Linked list implementation question

This is a discussion on Linked list implementation question within the C++ Programming forums, part of the General Programming Boards category; I am preparing for job interviews and was going over the implementation of a linked list. specifically appending to the ...

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    Linked list implementation question

    I am preparing for job interviews and was going over the implementation of a linked list. specifically appending to the end of the list.

    when I initially wrote it out I had a public variables that held a pointer to the first node, and the last. so adding was simple, take the last node->next = newNode and the last node = newNode.

    badabing bada boom.

    i was looking up other peoples implementations, and every single one's(including wikipedia, which as we all know is always right) did not have a last node variable, but instead looped through the list until the tempNode->next ==NULL, and then that is your last one.

    Logically the latter implementation makes sense but I cant see a reason for doing it. the small space the last pointer takes up, and the extra code to read and write to it, is still far less than having to loop through a list of 1000+ elements.

    So, I figure I'm misunderstanding something. any help is appreciated.

  2. #2
    Jack of many languages Dino's Avatar
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    Like you, I subscribe to the "also keep the last pointer" camp, if entries are to indeed be entered at the end. Otherwise, I just keep the anchor and add to the front.

    badabing, bada boom.
    Mac and Windows cross platform programmer. Ruby lover.

    Quote of the Day
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    Amen brother!

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    It seems like the most logical approach.. but I have seen to many loop through the whole list approaches to disregard it. any idea why they do it?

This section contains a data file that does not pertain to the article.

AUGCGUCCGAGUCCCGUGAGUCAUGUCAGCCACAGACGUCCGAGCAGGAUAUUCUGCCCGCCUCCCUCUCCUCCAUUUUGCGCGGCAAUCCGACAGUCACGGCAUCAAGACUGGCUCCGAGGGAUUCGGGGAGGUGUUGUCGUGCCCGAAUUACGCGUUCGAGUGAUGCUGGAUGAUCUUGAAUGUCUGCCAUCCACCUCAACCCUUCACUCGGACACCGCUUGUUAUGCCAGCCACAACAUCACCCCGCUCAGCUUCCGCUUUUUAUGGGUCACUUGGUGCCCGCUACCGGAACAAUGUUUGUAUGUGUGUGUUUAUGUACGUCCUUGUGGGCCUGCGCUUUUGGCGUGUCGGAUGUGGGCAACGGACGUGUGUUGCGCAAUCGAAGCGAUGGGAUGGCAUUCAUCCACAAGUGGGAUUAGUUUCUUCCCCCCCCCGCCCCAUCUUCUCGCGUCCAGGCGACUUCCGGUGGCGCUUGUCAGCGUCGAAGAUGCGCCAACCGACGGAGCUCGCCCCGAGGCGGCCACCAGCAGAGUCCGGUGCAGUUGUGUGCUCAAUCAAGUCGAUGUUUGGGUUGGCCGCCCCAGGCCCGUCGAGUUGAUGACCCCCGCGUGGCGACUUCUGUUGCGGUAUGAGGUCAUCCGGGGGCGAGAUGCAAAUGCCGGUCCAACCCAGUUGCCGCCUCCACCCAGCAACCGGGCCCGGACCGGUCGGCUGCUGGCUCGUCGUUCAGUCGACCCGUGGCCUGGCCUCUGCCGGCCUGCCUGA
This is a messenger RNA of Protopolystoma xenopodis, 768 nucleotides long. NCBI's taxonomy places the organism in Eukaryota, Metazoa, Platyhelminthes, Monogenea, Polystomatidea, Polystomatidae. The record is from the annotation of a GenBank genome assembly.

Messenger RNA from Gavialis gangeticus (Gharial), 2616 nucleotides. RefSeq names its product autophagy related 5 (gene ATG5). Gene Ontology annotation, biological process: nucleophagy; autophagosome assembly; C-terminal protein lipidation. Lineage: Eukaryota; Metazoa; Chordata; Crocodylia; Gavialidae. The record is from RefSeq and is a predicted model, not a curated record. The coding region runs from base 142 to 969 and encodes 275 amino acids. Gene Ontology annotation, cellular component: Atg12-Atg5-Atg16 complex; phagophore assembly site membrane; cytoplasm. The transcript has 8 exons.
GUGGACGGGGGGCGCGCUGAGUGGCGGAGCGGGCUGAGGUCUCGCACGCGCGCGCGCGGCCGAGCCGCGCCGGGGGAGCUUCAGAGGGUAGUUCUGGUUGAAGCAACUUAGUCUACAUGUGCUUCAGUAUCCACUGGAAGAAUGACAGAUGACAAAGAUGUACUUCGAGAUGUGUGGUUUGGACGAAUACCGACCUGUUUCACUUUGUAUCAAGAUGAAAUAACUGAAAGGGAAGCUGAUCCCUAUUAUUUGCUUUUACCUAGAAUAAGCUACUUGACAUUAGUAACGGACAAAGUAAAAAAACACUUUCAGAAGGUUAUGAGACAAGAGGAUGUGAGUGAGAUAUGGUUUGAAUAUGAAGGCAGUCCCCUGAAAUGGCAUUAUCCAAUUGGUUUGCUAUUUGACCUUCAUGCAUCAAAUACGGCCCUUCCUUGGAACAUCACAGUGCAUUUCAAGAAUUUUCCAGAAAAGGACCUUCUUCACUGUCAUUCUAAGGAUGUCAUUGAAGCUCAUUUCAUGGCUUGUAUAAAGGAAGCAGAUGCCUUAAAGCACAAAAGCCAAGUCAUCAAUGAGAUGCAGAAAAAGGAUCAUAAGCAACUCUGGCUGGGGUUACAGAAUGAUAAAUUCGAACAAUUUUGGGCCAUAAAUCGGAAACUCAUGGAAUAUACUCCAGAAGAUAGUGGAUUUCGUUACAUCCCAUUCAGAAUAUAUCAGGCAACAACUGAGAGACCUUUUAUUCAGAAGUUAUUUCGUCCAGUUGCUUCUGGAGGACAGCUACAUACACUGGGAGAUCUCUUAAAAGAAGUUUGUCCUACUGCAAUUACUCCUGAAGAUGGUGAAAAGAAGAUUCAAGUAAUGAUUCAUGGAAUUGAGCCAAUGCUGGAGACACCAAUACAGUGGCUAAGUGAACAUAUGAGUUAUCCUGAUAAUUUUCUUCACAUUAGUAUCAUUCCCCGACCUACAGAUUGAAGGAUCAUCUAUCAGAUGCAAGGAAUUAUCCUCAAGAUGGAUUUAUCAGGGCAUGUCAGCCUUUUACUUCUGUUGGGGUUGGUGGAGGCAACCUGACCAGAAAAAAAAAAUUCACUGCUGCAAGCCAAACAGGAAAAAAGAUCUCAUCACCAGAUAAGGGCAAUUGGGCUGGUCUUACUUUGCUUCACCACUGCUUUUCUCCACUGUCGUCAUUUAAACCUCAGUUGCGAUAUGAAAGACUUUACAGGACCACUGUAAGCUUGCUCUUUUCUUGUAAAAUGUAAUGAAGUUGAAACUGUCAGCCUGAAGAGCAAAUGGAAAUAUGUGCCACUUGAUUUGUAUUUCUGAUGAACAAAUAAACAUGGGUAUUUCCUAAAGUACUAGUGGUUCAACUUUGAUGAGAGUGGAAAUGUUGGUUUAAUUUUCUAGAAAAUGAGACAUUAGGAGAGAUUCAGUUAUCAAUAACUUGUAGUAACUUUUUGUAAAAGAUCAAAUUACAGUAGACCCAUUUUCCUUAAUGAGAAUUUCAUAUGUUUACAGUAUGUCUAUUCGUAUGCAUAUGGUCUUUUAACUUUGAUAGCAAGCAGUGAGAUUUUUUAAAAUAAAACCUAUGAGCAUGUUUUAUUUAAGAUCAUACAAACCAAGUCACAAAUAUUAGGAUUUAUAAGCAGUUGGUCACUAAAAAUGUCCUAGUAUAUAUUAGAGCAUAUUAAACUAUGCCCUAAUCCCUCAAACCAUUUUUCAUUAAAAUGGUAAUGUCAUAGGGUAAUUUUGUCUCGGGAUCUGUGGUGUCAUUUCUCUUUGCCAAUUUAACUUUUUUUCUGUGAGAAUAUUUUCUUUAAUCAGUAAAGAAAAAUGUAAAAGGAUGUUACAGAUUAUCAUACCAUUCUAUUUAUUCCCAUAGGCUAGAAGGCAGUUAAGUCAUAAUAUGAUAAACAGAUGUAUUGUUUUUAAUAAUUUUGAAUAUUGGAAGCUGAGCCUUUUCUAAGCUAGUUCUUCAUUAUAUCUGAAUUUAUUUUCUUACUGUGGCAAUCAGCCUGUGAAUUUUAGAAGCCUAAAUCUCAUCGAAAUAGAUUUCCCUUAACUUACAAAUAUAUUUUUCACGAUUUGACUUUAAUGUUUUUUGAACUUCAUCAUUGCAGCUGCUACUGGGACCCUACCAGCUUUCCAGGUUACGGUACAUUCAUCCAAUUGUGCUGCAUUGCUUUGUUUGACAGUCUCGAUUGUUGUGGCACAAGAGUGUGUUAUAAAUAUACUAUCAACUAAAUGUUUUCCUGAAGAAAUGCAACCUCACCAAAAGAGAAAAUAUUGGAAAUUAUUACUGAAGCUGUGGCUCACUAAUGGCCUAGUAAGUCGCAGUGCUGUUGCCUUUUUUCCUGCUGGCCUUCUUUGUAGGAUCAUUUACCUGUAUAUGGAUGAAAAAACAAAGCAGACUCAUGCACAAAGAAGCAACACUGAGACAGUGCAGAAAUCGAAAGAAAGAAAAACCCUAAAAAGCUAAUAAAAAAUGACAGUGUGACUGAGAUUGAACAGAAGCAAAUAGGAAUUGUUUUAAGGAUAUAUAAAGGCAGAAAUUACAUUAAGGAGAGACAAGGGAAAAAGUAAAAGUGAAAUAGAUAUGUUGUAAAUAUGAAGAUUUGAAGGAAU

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    Jack of many languages Dino's Avatar
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    They don't care about performance?
    Mac and Windows cross platform programmer. Ruby lover.

    Quote of the Day
    12/20: Mario F.:I never was, am not, and never will be, one to shut up in the face of something I think is fundamentally wrong.

    Amen brother!

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    What kind of job interview are you going to that you worry about linked lists?!?
    Anyways, in C++, the standard says that for any container you have access to the end() in amortized constant time. So if you implement it in C++, do everyone a favor and use the readily-available stl version. And if you implement your own container, adhere to the parts of the standard which are applicable. This way, the pain you do to your fellow programmers when using your code will be minimized (argh. libxml++ implemented size() in O(n). Bastards. I spent two days looking for that "bug".)

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